All about PCOS causes and its cure

All about PCOS causes and its cure

If you have recently been diagnosed — or suspect you have PCOS — you are not alone. In fact, an estimated 5 million US women have PCOS. Although the underlying cause may not be fully understood, PCOS has many features. The disease has a variety of genetic, endocrine, and environmental factors. It is a hormonal component, a metabolic component. Like other reproductive diseases, PCOS causes menstrual health, childbirth, and more. Currently, it is the most common cause of ovarian dysfunction. Women with PCOS often have high levels of male hormones, called androgens.

Next, PCOS causes the killing of unwanted conditions, including:

  • unusual times (or complete absence).
  • infertility
  • persistent chief
  • unusual hair growth patterns for women

Common Symptoms of PCOS

Although the term polycystic ovary syndrome describes the many small cysts (fluid-filled sacs) that form in the ovaries, it is a little misleading. Some women with the disease do not have cysts, while other women without the disease develop cysts.

These are the most common symptoms of PCOS:

  1. Abnormal or irregular menstruation
  2. Unusual hair growth in a woman such as lip hair, belly hair, neck or facial hair (in contrast, some women have male wrapping patterns)
  3. Acne
  4. Infertility, due to anovulation
  5. The tendency to be overweight, especially with abdominal weight
  6. Insulin resistance to diabetes symptoms
  7. Problems with blood sugar control
  8. High testosterone levels in the blood

How to test PCOS

Unfortunately, there is no single PCOS causes test. In general, physical examination, ultrasound, and blood tests can help diagnose PCOS. You need to meet two of these three official methods to be identified:

Rare, difficult, or missed periods due to missed ovulation. High levels of androgens present in the blood (hyperandrogenism) are indicated by blood tests OR symptoms (excessive facial or body growth, hair loss, or acne). Polycystic ovaries are detected by ultrasound.

Different types of PCOS causes

In conventional medicine, each type of PCOS is usually (and unfortunately) treated the same way. But here’s the point: each species has different characteristics. For example, not all women with PCOS are obese and do not have excessive hair growth. You may have a combination of these three types of PCOS, or the main cause of your PCOS to change over time.

Different types of PCOS causes

Insulin-resistant PCOS

This is the most common type of PCOS and is the type I have personally experienced. High insulin levels interfere with ovulation, resulting in abnormal cycles and the death of other symptoms. Women with this type of PCOS often have high blood sugar and insulin levels that raise diabetes or diabetes mellitus. Controlling my blood sugar was a complete change.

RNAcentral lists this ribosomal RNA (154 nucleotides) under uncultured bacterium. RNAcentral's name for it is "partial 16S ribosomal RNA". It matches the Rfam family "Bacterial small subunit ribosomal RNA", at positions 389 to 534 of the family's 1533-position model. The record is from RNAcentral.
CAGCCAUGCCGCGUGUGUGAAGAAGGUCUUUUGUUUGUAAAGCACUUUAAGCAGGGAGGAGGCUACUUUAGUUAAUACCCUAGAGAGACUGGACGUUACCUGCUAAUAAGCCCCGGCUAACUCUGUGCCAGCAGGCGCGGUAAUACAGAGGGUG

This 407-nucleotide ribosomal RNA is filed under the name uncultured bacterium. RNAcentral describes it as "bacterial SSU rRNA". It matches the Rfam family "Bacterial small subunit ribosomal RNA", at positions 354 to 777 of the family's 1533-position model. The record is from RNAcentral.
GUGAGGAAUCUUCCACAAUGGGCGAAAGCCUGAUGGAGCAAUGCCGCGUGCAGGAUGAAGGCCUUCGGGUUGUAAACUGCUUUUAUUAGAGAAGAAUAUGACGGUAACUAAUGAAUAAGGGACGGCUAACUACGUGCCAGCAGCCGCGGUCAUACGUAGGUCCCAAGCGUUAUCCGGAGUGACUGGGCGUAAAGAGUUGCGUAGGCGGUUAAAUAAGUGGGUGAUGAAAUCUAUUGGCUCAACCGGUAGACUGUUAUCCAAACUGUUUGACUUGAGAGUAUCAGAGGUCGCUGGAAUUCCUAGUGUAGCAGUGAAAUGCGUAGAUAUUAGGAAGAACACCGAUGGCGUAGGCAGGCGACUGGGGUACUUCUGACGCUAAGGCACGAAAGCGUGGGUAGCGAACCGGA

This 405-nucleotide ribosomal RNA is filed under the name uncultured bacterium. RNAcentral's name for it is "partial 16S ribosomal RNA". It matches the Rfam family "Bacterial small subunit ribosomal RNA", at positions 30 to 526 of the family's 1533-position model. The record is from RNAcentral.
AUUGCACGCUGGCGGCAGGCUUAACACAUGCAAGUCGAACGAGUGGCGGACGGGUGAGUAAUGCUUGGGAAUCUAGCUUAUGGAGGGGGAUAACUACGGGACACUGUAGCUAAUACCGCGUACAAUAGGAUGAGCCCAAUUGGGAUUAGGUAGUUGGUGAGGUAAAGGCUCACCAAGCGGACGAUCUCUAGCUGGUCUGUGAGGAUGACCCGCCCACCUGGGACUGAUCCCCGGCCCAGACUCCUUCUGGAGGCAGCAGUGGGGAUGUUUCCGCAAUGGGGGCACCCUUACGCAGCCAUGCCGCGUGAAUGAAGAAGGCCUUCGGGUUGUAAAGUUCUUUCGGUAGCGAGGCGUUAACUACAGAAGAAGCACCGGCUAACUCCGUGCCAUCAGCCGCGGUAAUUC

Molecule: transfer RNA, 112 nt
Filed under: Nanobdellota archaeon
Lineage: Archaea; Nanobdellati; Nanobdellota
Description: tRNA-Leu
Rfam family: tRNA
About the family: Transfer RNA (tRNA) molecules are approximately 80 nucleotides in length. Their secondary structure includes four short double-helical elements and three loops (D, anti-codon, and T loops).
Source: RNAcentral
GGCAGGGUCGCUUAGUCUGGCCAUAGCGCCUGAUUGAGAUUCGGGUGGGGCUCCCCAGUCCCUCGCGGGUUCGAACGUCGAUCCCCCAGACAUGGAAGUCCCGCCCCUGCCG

PCOS causes are based on inflammation

This type of PCOS is most common in women who are not overweight – and do not show the old symptoms of PCOS. Inflammation can be caused by a variety of factors, including food intolerance, exposure to natural toxins, chronic germs and/or chronic low-grade injuries, and poor nutrition.

Synthetic Hormone-Induced PCOS

This type of PCOS is common in women who have taken a pill or other hormonal birth control (long-term). It was me too. Birth control hormones block contact with the body to prevent pregnancy. However, it may take some time to reactivate this contact channel.

How are PCOS causes treated in general?

When it comes to PCOS treatment, you will want to look at a few factors: age, the severity of symptoms, overall health, and whether you want to get pregnant. Also, do you want to take the Western route? Eastern Road? Both? In my case, I took the Eastern (complete) route. Through trial and error, I learned to manage PCOS naturally. But in general, the most common method includes the following:

Hormone Therapy

If you do not try to conceive, birth control pills are often prescribed to control a woman’s menstrual cycle, reduce excess androgens, and improve acne. Remember that birth control does not solve PCOS. In fact, it can hide PCOS diagnostics. If you are trying to get pregnant, drugs like clomiphene (Clomid, Serophene) can help trigger ovulation.

Diabetes Medicine

The most common drug for treating PCOS is metformin (Glucophage), which is used to treat type 2 diabetes. Although not approved by the FDA for the treatment of PCOS, it is commonly used to help control insulin and blood sugar as well as low testosterone production.

How I Treated My PCOS causes

Instead of pursuing the traditional methods of treatment mentioned above, I experimented with alternatives. I decided not to use contraceptives or drugs. Instead, I spent time researching and seeking the help of an effective pharmacist. Under his supervision and further tests, I was also diagnosed with an underactive thyroid — possibly because of years of strenuous exercise, uncontrolled stress, and low-calorie intake. Supporting my thyroid became an important part of my healing journey.

Under the care of my active medical doctor, I tried a few different things. First, I changed my eating habits. In particular, I focused on measuring my blood sugar. I also added extra healthy fats and junk food. When I use gluten and milk, I make sure to choose the highest quality. These practices are still relevant today. I started cycling and taking supplements. In addition, I opted for a soft workout, started acupuncture, and developed a daily routine of awareness.

Read more: Bye Bye Bloating with these remedies in home

Everything — from food, supplements, and lifestyle choices — seemed beneficial. It’s hard to know exactly what makes a strategy. But three months later, I was back on track. Also, look at our lifestyle blogs.


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